McConnell moves to end debate on trade bill

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Senate Majority Leader Mitch McConnellMitch McConnellRubio: GOP Congress could go in different direction than Trump Pelosi blasts GOP leaders for silence on Trump Reid: Groping accusations show Trump’s ‘sickness’ MORE (R-Ky.) moved to end debate on "fast-track" trade legislation, after Democrats objected to allowing additional amendment votes. 
McConnell said he hopes Sens. Orrin Hatch (R-Utah) and Ron Wyden (D-Ore.) will continue to try to find a way forward on amendments to the legislation, after talks appeared to hit a hurdle Tuesday. 
"It is my hope that we would be able to process a number of amendments … and then move forward, and we'll have a couple of days to accomplish that," he said. 
Senate Democrats slammed McConnell on Tuesday, suggesting the Kentucky Republican is breaking his promise to have an "open" amendment process for a key piece of trade legislation. 
Sen. Bob Casey (D-Pa.) said while the Senate has been debating the "fast-track" trade legislation, which will allow the president to get his trade deals approved by Congress with a simple majority vote, there have been "very few votes and very few amendments." 
"To shut it off and to stop at this moment in time, as some seem to want to do, I think is contrary not just to what the Senate should do on something as substantial as trade promotion authority," he said. 
McConnell tried to counter some of the criticism over his procedural move, saying that it's "not the end of the story" on the trade legislation. 

But he suggested that if Democrats want additional amendment votes, they will have to drop their objections and cooperate, adding that "just a little cooperation" is needed from Democrats. 

More than 100 amendments from both sides of the aisle have been filed to the trade legislation. But so far, senators have had just two votes on amendments, both earlier this week. 
Sen. Barbara Boxer (D-Calif.) suggested that unless senators can get more amendment votes, including on those she submitted, she would try to slow-walk the bill.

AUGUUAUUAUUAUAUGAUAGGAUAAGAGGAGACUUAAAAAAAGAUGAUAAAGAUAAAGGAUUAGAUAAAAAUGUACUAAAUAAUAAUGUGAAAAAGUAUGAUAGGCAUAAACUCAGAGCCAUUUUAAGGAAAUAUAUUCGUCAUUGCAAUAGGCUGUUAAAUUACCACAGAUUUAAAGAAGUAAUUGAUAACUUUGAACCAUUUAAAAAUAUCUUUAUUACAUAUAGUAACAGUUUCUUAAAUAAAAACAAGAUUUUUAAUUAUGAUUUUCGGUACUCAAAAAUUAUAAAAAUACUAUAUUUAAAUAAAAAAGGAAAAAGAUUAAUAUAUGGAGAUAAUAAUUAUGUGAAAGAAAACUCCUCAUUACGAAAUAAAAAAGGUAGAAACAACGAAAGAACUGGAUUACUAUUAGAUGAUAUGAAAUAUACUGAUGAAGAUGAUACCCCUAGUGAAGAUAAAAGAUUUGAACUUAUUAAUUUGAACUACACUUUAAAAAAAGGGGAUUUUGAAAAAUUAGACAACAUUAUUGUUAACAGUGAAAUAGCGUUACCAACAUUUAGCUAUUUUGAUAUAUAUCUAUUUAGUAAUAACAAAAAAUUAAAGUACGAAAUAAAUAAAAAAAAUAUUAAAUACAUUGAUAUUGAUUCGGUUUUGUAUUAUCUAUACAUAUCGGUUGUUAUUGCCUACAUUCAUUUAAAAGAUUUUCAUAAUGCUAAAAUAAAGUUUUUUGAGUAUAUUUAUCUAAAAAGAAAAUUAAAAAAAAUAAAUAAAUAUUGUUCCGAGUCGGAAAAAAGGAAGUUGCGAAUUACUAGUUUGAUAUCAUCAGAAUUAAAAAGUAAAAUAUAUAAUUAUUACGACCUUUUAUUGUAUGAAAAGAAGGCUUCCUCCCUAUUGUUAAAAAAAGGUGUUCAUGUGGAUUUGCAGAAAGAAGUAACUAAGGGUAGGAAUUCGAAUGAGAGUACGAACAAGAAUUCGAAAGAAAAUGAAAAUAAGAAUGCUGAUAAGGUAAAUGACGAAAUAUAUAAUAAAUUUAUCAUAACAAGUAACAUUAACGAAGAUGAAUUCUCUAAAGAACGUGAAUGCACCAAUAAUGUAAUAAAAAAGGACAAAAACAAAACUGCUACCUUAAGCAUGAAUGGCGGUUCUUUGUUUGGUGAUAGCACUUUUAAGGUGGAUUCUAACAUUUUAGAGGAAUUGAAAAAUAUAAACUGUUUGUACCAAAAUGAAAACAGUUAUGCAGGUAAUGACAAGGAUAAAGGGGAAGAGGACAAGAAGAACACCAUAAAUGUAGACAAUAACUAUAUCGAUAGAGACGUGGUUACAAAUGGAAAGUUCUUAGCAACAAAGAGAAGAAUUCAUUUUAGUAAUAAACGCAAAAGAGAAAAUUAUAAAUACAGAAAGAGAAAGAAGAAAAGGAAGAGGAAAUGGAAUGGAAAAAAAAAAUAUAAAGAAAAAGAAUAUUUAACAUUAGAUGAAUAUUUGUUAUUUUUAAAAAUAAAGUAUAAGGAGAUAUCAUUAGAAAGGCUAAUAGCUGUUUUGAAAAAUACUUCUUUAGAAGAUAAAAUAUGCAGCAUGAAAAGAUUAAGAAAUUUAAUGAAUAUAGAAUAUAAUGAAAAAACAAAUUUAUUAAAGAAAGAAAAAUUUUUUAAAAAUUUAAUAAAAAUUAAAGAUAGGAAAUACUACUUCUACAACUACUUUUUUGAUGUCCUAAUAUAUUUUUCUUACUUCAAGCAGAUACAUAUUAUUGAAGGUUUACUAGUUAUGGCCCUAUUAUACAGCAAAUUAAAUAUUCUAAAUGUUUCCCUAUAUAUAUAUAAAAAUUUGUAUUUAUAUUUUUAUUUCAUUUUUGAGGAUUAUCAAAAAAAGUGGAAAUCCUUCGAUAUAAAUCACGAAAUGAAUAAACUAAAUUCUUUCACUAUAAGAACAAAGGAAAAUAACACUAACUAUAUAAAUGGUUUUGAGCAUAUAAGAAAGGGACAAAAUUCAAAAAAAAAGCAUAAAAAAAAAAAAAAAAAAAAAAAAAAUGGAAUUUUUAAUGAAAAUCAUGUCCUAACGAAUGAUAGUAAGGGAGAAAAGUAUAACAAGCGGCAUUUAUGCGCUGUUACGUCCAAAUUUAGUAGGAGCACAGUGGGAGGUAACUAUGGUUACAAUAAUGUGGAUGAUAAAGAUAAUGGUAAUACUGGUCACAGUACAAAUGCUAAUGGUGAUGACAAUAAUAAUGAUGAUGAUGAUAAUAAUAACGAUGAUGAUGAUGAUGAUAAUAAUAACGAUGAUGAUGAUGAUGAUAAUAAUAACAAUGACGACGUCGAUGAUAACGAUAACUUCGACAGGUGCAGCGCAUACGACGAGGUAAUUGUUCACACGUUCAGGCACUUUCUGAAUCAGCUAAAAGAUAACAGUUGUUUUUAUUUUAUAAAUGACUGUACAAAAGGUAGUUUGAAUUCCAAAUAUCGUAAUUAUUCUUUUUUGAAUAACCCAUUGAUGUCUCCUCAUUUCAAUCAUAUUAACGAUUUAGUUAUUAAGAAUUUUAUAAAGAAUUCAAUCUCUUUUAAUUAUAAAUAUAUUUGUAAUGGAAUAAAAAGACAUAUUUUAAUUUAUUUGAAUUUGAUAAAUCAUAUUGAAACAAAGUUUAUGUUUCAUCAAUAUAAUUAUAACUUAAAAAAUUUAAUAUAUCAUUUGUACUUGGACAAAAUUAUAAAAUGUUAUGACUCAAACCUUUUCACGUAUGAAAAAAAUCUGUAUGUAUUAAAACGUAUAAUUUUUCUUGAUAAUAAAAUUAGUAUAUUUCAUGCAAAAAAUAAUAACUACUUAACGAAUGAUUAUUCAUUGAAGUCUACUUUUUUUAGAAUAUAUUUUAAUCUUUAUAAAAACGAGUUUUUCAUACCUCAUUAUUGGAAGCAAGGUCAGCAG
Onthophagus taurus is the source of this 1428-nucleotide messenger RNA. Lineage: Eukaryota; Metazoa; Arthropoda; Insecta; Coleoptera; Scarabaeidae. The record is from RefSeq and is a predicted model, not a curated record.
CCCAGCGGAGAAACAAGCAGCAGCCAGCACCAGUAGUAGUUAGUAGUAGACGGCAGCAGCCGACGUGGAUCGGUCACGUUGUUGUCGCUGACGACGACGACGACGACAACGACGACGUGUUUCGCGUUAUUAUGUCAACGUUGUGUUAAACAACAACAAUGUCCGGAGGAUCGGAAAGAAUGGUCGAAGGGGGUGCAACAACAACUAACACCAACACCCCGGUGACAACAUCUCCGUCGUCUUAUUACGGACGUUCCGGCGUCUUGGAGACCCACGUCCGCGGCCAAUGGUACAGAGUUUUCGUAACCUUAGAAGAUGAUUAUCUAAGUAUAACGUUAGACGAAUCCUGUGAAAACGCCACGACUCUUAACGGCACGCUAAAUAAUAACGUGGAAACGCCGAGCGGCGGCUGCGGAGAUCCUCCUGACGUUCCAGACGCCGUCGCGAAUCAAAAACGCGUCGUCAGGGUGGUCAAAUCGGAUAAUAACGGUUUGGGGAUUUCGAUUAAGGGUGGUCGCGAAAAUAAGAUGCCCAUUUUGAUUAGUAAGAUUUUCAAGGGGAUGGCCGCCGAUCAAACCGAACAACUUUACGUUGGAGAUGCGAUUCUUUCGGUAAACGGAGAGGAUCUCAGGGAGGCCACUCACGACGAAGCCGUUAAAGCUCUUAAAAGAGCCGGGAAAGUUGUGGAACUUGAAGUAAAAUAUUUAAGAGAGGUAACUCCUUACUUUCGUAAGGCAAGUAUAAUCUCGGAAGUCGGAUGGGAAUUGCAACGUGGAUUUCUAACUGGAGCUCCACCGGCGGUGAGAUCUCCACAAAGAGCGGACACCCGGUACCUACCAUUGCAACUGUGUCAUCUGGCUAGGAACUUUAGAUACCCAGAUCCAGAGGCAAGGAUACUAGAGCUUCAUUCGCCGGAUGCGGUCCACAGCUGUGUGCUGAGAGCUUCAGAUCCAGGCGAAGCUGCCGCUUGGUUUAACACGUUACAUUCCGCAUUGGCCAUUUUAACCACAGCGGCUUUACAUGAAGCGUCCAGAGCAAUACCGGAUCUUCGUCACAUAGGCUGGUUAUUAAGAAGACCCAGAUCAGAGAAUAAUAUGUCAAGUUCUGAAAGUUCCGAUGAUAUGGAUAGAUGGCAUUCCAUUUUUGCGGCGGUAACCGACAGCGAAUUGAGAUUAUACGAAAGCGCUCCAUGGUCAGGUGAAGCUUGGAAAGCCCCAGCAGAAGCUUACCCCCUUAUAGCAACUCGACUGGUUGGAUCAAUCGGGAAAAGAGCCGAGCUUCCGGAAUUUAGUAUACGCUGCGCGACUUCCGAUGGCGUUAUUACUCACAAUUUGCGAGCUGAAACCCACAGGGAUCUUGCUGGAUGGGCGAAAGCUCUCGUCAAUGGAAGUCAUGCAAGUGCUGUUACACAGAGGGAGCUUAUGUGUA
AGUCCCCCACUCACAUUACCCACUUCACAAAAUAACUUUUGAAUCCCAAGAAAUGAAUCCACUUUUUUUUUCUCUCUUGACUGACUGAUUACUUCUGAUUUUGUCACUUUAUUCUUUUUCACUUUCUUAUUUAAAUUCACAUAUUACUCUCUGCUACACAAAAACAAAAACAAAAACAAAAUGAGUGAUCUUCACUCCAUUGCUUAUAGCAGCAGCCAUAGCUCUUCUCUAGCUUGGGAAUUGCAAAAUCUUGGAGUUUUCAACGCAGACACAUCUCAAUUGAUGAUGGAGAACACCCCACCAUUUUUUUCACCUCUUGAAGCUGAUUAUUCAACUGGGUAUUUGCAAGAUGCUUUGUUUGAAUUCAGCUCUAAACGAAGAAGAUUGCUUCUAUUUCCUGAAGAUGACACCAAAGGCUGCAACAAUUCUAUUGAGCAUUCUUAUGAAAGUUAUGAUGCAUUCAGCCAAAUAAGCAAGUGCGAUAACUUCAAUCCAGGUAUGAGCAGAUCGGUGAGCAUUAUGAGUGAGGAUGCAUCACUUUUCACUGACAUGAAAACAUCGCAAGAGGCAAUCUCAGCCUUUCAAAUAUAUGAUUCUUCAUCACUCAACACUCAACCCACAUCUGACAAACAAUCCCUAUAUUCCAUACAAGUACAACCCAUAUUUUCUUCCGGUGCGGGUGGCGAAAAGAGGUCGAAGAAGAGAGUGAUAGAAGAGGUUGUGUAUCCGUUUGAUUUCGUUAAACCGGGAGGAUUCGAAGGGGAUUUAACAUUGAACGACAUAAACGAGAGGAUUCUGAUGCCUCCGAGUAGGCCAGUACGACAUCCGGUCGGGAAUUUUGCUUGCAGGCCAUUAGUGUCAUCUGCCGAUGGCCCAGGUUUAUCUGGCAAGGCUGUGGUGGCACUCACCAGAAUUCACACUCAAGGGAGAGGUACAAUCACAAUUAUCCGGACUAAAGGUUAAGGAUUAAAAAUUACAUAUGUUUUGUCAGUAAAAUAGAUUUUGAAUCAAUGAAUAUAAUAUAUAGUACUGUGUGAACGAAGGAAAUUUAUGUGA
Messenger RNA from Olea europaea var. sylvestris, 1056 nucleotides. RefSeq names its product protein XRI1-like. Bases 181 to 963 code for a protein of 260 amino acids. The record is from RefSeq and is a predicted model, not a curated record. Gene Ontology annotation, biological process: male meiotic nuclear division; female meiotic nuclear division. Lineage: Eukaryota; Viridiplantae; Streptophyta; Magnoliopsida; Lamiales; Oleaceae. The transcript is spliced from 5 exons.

"I'm going to do everything in my power to stall this. I'm going to use every tool in my disposal," she warned. 
The Democrats' criticism follows remarks from Senate Minority Leader Harry Reid earlier Tuesday. The Nevada Democrat said McConnell would file cloture on trade promotion authority Tuesday evening. 
Sen. Jeff Merkley (D-Ore.) urged McConnell to allow more debate on the TPA, adding he should "keep his vision that he laid out on this floor that this would be an open process and a robust process." 
Hatch tried to offer votes Tuesday evening on additional amendments, but Democrats objected to his request after Hatch declined to include a measure blocking McConnell filing cloture to end debate on the trade legislation until Wednesday. 
Sen. Sherrod Brown (D-Ohio) said that filing cloture Tuesday "really does stifle the process." 
Under Senate rules, lawmakers can take a procedural vote on the trade bill Thursday. 
A war of words over the amendment fight played out between top Hill staffers on the sidelines of the floor fight. 
Don Stewart, a spokesperson for McConnell, tweeted earlier Tuesday that staffers were trying to set up amendment votes, but Democrats were objecting to votes.
But Adam Jentleson, a spokesman for Reid, fired back that Republicans were only offering "2-4 amendment votes then shut down debate."
A key part of the debate on amendments focused on trying to get a vote on Sen. Maria Cantwell's (D-Wash.) proposal to reauthorize the Export-Import Bank. 
Cantwell said she would continue to object to the trade bill until she got an answer on how the bank's life would be extended. 
"Unti our colleagues give us an answer about something we've been clear about for more than a year, we are going to continue to object," she said. "We're not going to let this bank expire, the credit agency, without a fight." 
McConnell said earlier in the day that the Export-Import bank would get a vote, but that it shouldn't be a part of the trade bill. 
But Sen. Lindsey Graham (R-S.C.) warned his party's leader later Tuesday that he wouldn't vote with McConnell "on anything else this year" until he gets a vote on the Export-Import Bank. 
"I'm tired of talking," he said. "There's over 60 votes in this body [for Export-Import.]" 
- Updated at 7:45 p.m.